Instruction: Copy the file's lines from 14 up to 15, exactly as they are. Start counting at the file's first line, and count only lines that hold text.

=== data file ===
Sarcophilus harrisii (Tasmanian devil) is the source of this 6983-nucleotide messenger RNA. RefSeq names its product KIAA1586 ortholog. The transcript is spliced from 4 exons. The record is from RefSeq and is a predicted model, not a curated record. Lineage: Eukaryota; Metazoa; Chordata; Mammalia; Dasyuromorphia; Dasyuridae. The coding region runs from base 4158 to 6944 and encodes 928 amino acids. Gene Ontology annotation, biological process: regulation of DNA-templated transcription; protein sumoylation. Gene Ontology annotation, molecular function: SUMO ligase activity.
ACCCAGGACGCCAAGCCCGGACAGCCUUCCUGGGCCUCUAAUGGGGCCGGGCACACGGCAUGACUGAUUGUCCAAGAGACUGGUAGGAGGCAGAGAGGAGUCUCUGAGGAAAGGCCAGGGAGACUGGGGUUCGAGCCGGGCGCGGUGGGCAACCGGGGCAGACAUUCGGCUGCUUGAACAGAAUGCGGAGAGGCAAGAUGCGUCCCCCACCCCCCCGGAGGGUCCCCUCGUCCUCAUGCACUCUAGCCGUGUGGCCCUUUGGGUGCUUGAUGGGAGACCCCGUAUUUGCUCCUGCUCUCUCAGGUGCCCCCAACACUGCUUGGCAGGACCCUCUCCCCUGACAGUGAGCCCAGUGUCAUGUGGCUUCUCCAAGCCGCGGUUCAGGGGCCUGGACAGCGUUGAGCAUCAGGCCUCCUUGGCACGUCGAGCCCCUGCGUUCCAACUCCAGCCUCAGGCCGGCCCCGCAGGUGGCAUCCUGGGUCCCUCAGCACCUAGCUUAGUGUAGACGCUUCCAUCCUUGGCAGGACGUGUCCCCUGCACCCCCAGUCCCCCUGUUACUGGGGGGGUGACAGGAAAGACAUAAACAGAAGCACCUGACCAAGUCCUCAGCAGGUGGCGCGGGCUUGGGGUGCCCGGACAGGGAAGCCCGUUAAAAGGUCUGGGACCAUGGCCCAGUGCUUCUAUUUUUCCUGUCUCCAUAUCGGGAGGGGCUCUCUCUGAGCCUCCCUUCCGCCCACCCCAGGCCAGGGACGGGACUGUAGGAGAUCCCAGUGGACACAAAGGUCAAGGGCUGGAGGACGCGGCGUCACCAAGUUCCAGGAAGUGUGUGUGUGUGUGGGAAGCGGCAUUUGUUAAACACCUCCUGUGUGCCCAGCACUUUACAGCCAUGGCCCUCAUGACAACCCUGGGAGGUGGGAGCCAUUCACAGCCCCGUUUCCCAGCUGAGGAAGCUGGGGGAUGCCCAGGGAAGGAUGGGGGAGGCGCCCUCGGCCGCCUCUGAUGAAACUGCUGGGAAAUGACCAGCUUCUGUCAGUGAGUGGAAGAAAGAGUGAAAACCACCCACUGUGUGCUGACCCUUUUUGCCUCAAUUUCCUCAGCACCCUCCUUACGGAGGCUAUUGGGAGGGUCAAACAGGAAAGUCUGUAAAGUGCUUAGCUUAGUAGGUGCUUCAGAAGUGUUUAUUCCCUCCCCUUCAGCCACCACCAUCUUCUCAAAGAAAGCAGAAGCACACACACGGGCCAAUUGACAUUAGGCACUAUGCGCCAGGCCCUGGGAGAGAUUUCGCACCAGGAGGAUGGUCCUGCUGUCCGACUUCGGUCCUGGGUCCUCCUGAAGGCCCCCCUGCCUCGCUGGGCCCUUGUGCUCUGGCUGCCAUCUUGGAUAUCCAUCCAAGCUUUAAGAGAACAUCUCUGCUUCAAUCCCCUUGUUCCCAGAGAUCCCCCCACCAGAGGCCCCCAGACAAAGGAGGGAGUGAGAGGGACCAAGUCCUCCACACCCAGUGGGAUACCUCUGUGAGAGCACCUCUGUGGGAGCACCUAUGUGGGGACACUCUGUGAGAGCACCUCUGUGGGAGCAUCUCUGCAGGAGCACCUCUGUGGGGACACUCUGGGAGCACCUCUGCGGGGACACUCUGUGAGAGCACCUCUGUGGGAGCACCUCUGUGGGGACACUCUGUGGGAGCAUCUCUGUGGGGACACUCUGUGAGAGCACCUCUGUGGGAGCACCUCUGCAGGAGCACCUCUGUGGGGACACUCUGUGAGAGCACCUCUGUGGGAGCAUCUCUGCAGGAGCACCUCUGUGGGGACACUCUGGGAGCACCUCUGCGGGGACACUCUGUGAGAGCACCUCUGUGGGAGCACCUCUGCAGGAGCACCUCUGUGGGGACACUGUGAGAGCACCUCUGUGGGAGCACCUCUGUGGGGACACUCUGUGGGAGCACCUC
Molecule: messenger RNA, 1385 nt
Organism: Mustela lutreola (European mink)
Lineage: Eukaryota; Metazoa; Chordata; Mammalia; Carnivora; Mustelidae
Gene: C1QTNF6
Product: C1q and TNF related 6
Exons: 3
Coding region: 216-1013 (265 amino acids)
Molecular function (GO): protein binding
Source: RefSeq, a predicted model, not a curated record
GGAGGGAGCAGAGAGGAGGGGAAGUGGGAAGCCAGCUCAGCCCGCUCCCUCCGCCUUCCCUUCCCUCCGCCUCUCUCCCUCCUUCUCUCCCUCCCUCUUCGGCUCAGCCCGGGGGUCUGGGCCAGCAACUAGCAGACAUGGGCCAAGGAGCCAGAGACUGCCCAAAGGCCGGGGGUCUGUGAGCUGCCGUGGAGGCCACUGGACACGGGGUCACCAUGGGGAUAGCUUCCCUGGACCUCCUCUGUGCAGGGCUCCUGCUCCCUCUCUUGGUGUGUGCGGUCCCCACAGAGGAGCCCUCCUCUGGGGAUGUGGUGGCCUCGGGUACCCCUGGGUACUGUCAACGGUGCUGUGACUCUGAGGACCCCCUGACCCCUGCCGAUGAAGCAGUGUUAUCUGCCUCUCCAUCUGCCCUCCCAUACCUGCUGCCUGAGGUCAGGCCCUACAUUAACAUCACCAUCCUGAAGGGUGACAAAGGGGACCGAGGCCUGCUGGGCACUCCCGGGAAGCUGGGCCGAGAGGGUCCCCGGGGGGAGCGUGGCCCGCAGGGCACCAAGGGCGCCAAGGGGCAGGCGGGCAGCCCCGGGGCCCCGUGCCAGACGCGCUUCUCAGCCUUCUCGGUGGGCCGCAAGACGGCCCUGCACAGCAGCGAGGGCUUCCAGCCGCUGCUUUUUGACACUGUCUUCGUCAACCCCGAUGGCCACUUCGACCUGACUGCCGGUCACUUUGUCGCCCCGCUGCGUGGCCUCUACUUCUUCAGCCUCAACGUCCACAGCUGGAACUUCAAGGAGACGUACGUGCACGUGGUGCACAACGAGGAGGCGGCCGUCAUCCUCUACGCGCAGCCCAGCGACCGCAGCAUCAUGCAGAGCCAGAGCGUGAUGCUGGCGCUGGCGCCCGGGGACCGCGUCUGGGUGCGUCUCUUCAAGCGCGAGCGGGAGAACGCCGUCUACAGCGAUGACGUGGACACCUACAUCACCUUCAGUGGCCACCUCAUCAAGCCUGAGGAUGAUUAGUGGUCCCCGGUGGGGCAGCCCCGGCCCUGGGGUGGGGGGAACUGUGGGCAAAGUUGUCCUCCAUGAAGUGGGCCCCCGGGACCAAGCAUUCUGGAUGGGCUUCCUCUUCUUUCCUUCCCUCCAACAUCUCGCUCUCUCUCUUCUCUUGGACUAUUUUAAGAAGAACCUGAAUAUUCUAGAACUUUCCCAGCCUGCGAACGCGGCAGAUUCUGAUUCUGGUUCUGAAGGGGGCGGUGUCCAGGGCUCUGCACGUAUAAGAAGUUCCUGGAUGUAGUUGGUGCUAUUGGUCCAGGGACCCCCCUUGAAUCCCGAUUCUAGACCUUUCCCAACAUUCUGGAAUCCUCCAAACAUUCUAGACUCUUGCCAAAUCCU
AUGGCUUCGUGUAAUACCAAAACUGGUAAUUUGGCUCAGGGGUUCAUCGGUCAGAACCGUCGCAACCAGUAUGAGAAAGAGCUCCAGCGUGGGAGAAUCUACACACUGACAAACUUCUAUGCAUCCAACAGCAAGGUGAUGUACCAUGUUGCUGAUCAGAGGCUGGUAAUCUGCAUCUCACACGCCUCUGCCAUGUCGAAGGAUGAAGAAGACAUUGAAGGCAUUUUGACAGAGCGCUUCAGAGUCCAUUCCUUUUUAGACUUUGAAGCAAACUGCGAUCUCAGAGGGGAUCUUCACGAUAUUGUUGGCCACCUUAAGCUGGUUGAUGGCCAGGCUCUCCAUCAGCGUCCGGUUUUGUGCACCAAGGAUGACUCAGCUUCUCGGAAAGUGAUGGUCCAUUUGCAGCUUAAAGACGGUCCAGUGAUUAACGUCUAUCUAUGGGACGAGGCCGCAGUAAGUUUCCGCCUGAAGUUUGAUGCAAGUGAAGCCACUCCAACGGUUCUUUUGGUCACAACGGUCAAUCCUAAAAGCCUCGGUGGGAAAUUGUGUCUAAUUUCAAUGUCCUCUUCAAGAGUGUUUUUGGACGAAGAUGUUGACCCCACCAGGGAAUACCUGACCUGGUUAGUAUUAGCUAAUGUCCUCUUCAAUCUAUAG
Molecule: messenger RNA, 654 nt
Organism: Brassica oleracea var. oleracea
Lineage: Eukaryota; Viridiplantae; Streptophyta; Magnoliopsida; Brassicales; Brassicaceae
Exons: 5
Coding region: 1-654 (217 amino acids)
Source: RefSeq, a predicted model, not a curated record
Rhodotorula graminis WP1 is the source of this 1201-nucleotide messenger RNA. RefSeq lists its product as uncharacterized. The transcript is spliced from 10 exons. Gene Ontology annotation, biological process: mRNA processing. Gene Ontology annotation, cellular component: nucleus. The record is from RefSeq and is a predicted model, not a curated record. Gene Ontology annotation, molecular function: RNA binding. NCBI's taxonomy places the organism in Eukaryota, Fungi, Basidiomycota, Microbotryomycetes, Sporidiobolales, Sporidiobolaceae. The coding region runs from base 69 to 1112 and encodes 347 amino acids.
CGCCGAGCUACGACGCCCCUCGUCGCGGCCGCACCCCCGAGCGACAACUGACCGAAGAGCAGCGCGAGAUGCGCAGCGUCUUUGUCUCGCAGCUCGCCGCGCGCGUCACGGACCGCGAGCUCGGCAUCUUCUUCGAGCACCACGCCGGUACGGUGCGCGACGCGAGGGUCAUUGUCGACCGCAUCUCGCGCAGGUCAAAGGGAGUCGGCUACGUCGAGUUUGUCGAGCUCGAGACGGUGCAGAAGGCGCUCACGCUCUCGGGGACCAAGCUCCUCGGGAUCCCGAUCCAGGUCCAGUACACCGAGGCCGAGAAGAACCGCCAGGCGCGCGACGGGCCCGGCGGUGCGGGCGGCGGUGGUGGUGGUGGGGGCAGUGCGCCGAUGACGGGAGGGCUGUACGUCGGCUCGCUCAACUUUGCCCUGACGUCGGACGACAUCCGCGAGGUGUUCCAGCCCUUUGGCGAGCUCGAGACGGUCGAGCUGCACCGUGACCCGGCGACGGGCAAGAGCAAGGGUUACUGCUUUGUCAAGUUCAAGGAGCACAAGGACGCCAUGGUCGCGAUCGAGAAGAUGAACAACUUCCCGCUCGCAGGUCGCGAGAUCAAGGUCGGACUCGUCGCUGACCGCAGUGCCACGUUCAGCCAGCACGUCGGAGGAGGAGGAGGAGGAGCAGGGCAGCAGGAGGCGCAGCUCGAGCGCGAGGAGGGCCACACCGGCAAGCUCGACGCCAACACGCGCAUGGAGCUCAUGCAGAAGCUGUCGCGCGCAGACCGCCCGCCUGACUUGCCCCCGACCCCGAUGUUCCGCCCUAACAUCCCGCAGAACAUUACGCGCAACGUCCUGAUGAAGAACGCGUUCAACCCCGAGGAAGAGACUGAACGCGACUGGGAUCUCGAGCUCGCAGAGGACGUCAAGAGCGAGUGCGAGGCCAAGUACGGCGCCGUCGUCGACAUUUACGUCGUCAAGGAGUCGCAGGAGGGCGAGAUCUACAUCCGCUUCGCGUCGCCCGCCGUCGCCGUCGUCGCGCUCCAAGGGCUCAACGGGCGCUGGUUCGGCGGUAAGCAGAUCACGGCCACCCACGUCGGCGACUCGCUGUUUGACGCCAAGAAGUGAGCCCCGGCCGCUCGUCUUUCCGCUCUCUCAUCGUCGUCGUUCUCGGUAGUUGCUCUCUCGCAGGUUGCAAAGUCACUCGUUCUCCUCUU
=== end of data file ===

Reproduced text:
Molecule: messenger RNA, 654 nt
Organism: Brassica oleracea var. oleracea